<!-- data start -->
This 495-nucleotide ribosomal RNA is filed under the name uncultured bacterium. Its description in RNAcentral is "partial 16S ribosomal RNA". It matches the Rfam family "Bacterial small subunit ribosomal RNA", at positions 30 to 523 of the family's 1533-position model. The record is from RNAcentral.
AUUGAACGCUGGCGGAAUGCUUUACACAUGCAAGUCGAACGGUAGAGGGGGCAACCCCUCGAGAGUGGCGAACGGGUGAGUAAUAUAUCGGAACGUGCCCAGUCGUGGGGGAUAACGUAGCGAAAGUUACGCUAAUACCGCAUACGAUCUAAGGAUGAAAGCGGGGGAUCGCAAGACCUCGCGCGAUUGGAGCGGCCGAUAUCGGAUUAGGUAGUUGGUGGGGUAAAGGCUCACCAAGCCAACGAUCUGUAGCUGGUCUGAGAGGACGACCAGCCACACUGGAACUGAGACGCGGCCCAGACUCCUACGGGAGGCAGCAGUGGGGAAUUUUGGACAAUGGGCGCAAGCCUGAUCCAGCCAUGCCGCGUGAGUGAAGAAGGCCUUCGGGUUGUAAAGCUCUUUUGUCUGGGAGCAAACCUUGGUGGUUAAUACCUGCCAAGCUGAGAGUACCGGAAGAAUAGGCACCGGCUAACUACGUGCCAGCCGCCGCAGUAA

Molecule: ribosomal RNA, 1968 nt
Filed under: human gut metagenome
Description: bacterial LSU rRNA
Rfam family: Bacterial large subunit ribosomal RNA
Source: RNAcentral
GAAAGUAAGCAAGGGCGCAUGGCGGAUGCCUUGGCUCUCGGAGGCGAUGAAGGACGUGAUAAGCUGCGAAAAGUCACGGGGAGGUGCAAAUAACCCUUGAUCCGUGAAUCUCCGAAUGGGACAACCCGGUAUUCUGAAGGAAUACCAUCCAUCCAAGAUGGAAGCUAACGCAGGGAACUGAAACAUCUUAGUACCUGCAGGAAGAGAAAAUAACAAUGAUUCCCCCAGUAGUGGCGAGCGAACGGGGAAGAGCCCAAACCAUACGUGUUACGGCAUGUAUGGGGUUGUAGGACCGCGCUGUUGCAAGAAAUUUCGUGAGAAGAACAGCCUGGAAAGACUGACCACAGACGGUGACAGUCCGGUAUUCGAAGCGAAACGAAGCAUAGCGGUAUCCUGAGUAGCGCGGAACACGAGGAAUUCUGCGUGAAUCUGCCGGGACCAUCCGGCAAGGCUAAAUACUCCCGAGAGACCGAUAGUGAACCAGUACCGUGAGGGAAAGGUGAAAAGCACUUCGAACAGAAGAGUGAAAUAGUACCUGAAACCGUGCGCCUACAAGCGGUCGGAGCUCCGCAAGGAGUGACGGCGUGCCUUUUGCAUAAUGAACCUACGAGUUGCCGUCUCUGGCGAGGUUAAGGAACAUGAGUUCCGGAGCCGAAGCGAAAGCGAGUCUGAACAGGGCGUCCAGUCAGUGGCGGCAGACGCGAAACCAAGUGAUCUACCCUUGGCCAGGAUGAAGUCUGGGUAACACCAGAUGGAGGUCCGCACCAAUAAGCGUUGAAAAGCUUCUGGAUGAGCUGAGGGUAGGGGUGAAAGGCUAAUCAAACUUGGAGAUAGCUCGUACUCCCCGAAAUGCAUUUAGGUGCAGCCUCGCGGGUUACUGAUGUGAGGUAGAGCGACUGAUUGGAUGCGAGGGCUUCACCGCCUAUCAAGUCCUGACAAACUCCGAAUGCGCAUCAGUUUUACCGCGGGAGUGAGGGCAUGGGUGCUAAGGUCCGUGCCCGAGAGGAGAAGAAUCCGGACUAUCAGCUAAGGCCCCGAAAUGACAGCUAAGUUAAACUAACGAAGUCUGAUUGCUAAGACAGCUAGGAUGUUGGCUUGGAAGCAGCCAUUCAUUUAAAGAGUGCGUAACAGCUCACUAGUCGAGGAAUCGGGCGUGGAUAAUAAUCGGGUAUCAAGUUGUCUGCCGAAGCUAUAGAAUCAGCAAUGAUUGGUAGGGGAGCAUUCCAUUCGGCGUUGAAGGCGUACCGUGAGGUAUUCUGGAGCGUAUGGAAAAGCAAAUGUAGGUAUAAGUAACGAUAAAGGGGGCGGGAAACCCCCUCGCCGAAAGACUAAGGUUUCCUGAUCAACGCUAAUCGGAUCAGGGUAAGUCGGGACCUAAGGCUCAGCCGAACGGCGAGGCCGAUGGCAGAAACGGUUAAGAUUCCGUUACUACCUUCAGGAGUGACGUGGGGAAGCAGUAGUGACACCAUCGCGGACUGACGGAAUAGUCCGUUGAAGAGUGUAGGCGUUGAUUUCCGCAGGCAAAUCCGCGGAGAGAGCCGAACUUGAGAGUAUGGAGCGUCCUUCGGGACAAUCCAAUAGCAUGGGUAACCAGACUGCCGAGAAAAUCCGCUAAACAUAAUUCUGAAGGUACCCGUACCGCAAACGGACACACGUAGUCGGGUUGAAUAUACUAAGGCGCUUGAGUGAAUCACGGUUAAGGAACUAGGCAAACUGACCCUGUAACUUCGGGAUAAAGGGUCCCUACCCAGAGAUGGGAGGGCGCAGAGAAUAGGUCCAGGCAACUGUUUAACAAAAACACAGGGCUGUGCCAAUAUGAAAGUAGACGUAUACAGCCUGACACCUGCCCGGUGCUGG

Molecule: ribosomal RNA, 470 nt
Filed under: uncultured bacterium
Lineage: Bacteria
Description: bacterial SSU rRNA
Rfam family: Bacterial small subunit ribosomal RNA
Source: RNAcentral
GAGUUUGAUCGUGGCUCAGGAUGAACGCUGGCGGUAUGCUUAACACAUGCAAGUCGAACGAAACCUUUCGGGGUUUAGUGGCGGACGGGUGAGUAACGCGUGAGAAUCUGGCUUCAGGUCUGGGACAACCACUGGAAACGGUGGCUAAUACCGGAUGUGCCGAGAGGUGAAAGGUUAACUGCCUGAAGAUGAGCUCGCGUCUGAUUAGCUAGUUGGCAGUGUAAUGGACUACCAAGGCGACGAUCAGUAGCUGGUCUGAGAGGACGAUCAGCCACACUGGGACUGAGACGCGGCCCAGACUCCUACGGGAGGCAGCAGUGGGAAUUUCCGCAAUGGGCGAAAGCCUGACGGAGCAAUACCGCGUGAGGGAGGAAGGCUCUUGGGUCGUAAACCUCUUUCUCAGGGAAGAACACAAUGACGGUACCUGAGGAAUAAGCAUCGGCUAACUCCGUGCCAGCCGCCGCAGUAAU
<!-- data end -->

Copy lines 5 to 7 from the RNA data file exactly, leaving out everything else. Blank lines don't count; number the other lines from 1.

Description: bacterial LSU rRNA
Rfam family: Bacterial large subunit ribosomal RNA
Source: RNAcentral